“Our study showed that exercise led to significantly greater tumor growth than a more sedentary lifestyle did, in this mouse model,” said Lee Jones, Ph.D., a researcher in the DCCC and senior investigator on this study. “Our thought is that we may, in the future, be able to use this finding to design better drug delivery models to more effectively treat prostate cancer patients, and those with other types of cancer as well.”
The findings were presented in a poster session at the American Association for Cancer Research annual meeting on April 13 in San Diego, Calif. The study was funded by the United States Department of Defense, the Prostate Cancer Foundation and the American Urological Association Foundation, Rising Star in Urology Award, given to Stephen Freedland, one of the study’s investigators.
The researchers implanted prostate tumors subcutaneously in the flanks of 50 mice and then put half of the mice in cages with exercise wheels and half in cages with no wheels. All mice were fed the same diet. On average, the exercising mice ran more than half a mile each day.
“We found that among the mice that had the opportunity to voluntarily exercise, tumors grew approximately twice as fast as they did among the mice that did not have the opportunity to exercise,” Jones said.
Researchers and clinicians know that a challenge in delivering chemotherapy and radiation to tumors can be their poor blood flow, so these findings may hint at a way in which to improve blood flow to tumors, perhaps then allowing for better distribution of medicine, he said.
“We’re wondering, can we combine exercise with treatments such as chemotherapy, hormone therapy or radiation, to maximize the results we achieve in prostate cancer patients,” Jones said. “That question will be the subject of subsequent studies.”
The researchers are currently conducting a validation study, in mice, in which tumors are injected directly into the prostate, thereby better simulating human prostate cancer, Jones said.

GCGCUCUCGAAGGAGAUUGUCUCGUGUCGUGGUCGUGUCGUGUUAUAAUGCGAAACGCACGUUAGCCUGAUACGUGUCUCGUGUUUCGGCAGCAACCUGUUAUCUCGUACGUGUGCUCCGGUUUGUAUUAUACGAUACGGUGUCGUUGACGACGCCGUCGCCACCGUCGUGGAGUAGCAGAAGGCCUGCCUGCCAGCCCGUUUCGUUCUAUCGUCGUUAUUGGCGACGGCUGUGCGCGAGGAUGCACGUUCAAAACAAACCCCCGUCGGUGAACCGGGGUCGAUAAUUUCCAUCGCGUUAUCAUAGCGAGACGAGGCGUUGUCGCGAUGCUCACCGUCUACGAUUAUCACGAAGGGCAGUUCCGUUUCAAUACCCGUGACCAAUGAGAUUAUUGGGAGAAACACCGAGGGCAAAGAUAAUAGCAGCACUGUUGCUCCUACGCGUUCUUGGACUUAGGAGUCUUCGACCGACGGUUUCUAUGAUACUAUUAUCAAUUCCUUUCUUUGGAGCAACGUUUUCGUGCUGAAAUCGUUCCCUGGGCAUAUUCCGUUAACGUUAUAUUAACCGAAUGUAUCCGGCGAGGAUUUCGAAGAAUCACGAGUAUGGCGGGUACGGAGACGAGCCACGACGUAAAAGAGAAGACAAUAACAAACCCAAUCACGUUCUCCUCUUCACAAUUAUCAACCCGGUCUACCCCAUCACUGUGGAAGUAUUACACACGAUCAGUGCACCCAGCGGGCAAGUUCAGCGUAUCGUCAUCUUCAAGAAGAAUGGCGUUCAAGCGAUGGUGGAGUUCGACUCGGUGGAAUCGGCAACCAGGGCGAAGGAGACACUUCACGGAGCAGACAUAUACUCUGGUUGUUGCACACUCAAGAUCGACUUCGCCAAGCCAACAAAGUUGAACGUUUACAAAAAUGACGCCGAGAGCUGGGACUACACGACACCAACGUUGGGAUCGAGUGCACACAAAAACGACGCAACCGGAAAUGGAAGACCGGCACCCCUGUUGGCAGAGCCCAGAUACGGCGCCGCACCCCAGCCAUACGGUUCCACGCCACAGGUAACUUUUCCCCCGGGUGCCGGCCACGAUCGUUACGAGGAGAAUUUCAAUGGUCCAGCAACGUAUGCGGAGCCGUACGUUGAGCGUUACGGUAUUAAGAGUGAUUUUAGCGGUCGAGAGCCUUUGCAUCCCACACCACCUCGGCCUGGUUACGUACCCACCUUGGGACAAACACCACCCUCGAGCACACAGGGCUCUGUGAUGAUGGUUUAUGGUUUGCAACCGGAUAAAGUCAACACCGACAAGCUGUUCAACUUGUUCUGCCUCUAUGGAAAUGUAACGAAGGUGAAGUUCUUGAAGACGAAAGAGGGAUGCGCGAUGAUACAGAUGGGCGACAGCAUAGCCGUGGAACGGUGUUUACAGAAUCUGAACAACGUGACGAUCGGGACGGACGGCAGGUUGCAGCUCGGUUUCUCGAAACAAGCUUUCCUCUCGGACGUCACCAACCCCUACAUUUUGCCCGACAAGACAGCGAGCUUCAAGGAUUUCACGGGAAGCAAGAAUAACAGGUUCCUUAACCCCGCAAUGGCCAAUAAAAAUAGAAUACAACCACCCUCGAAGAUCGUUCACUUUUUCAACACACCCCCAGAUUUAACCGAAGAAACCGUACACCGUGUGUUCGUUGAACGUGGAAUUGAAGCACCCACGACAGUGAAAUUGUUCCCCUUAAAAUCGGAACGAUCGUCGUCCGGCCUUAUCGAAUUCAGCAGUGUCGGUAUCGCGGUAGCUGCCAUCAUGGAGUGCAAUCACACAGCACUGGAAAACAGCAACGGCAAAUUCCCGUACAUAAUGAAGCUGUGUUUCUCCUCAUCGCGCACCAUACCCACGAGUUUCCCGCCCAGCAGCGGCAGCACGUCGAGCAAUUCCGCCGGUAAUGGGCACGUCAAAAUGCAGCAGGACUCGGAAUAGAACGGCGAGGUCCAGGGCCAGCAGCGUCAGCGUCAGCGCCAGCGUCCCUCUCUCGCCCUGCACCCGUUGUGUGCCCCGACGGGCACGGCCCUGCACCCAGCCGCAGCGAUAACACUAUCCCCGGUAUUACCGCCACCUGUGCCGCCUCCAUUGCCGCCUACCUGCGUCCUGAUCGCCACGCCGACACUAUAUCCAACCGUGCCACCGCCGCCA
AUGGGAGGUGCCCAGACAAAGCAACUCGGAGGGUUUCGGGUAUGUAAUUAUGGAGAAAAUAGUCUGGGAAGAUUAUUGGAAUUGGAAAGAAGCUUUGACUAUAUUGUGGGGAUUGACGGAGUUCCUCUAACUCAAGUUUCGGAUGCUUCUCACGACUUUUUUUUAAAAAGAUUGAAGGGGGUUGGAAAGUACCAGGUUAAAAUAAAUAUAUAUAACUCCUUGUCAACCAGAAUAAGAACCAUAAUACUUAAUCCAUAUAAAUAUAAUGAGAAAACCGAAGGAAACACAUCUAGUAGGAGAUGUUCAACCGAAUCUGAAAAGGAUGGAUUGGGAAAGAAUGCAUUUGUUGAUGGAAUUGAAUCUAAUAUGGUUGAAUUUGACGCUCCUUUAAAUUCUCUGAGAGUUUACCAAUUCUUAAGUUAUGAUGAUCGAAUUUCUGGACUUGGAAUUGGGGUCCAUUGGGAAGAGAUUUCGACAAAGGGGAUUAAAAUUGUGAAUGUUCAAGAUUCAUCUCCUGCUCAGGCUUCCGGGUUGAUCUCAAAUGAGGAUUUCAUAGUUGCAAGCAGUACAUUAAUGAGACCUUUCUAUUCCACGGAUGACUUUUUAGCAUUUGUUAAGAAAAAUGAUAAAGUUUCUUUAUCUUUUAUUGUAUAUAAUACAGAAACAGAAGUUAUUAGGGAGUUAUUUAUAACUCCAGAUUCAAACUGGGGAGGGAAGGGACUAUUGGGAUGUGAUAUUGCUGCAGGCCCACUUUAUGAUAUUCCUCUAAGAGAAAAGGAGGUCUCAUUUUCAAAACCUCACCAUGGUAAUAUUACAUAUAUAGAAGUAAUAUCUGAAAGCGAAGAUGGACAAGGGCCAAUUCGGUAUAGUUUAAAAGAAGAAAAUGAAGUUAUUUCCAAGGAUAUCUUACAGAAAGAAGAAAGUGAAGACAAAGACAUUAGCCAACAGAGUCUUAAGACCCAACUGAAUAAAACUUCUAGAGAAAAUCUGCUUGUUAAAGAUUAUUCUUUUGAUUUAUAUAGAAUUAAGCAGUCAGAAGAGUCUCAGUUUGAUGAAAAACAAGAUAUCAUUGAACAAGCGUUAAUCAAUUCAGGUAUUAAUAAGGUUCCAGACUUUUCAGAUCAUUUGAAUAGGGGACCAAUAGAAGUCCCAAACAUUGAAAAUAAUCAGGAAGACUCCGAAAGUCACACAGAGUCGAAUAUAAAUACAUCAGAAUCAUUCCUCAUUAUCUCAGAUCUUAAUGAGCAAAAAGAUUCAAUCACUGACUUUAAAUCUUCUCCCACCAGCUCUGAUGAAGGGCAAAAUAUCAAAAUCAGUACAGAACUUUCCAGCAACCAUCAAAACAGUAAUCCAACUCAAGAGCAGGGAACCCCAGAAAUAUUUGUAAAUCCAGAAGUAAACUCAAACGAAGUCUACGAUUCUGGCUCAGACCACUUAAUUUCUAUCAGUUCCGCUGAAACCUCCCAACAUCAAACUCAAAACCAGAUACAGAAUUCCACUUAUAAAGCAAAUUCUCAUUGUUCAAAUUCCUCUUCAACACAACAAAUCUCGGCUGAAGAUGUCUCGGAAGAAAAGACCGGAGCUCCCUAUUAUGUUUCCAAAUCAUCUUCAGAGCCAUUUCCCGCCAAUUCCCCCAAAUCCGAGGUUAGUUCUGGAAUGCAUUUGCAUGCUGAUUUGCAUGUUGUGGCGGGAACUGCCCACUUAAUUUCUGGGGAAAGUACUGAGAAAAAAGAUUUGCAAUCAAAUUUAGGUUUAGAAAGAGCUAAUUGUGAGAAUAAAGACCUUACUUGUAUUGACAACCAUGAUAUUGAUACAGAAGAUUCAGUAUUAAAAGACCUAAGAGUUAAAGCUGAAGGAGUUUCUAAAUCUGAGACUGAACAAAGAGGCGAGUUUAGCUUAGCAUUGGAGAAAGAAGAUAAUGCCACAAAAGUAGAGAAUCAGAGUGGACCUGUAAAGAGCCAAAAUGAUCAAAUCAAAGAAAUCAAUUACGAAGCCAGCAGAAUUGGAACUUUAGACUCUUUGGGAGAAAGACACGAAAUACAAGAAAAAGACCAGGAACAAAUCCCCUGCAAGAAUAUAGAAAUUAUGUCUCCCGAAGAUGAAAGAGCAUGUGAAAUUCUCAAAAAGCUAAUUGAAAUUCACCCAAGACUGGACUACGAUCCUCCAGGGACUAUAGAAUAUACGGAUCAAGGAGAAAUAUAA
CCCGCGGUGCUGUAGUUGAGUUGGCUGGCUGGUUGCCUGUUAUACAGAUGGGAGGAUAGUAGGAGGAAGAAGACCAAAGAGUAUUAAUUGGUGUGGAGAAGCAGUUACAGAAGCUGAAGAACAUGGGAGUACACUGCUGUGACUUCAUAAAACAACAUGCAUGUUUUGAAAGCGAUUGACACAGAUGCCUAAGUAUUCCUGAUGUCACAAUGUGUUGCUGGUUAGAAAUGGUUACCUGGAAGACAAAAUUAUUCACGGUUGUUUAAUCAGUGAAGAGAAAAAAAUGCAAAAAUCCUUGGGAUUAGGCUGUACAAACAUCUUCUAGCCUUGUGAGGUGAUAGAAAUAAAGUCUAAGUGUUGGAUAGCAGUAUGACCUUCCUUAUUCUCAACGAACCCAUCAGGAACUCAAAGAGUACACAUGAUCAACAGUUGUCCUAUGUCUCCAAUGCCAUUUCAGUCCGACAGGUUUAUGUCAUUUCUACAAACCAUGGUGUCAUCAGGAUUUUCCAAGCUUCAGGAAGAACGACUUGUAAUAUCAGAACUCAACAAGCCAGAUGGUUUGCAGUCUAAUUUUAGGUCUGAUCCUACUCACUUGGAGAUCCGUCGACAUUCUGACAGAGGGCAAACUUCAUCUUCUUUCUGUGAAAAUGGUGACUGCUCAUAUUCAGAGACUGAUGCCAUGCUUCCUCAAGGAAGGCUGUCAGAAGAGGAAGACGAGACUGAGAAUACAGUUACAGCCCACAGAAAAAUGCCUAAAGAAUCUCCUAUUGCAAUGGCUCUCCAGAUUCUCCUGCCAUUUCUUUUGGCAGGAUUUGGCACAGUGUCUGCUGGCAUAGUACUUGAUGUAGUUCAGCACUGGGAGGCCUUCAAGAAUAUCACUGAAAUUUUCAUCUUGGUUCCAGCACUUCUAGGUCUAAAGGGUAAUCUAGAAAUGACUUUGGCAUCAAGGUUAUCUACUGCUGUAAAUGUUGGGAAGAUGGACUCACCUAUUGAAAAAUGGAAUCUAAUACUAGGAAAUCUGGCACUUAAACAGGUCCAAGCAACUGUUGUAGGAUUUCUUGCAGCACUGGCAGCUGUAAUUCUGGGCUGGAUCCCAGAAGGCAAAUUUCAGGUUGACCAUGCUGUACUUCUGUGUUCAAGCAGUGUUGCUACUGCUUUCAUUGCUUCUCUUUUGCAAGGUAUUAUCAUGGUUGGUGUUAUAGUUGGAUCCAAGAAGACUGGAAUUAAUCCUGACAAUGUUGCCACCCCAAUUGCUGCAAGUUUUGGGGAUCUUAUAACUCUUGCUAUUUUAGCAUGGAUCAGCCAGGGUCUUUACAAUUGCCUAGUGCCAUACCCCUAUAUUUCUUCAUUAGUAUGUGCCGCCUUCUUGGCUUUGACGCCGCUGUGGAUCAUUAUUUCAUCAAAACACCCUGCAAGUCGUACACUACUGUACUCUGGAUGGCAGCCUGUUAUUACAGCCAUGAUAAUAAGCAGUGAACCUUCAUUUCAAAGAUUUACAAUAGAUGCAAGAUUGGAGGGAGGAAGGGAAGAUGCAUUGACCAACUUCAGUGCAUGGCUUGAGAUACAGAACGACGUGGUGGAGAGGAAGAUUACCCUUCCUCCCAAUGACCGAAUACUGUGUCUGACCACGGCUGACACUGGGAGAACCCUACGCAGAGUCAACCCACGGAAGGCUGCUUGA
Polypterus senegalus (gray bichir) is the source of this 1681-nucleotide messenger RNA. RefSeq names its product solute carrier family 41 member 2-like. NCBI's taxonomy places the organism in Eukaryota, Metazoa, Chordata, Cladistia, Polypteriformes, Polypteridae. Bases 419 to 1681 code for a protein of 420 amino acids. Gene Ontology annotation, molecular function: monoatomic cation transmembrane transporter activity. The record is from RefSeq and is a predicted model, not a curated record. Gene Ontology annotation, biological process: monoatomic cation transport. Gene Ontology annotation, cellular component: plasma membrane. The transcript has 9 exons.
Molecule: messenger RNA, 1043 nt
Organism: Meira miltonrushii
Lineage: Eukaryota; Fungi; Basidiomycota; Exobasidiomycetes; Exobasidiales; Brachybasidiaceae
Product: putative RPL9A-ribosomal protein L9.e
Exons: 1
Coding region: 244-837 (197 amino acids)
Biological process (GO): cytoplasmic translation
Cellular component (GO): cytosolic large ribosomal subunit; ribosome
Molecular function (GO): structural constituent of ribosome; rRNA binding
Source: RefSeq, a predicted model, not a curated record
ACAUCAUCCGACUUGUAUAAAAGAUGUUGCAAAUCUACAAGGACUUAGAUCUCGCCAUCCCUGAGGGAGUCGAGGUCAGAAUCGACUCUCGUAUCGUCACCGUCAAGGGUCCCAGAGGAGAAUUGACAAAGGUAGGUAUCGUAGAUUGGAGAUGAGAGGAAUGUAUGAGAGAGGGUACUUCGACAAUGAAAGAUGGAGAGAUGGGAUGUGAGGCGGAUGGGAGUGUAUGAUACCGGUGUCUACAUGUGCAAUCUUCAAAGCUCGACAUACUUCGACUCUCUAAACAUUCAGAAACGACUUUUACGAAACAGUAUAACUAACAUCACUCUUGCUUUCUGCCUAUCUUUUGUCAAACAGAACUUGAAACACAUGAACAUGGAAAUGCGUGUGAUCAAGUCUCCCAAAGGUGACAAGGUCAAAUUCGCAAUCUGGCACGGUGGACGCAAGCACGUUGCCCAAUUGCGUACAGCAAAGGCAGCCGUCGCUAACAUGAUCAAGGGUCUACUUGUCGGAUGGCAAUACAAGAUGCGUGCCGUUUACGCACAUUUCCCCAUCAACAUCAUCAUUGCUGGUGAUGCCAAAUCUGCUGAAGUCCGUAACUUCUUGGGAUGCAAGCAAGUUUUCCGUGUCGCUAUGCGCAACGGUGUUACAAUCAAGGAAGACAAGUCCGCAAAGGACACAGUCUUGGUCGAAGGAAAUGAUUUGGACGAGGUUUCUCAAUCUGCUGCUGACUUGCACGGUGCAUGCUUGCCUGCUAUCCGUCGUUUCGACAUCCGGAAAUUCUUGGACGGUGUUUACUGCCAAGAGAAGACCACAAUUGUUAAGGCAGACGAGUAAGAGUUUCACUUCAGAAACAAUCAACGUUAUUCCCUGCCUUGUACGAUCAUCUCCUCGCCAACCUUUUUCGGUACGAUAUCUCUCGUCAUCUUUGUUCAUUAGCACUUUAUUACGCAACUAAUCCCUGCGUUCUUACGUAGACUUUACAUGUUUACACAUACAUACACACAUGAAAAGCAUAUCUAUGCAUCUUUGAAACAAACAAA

“Down the line, we will test this hypothesis in humans undergoing medical treatment for prostate cancer,” he said.
The researchers want to caution men against interpreting these findings as an endorsement for not exercising for fear of getting or exacerbating cancer.
“These mice were not receiving treatment and we were allowing aggressive tumors to grow unchecked for the sake of the experiment,” said study investigator Freedland, a urologist at Duke. “Patients would not find themselves in the same situation.”
Concerns should also be overridden by the well-established benefits of exercise, including its positive effects on cardiovascular health, Type II diabetes, obesity, and many other chronic conditions, he said.
“This study gives us insight into which cellular pathways are affected by exercise, and starts to give us clues about how to harness the beneficial effects,” said Michael Potter, a medical student at Duke and lead investigator on the study. “Ultimately, we hope that this knowledge will help us use exercise to both deliver medicines more effectively and protect the body from the harmful side effects of treatment, as we already know it can.”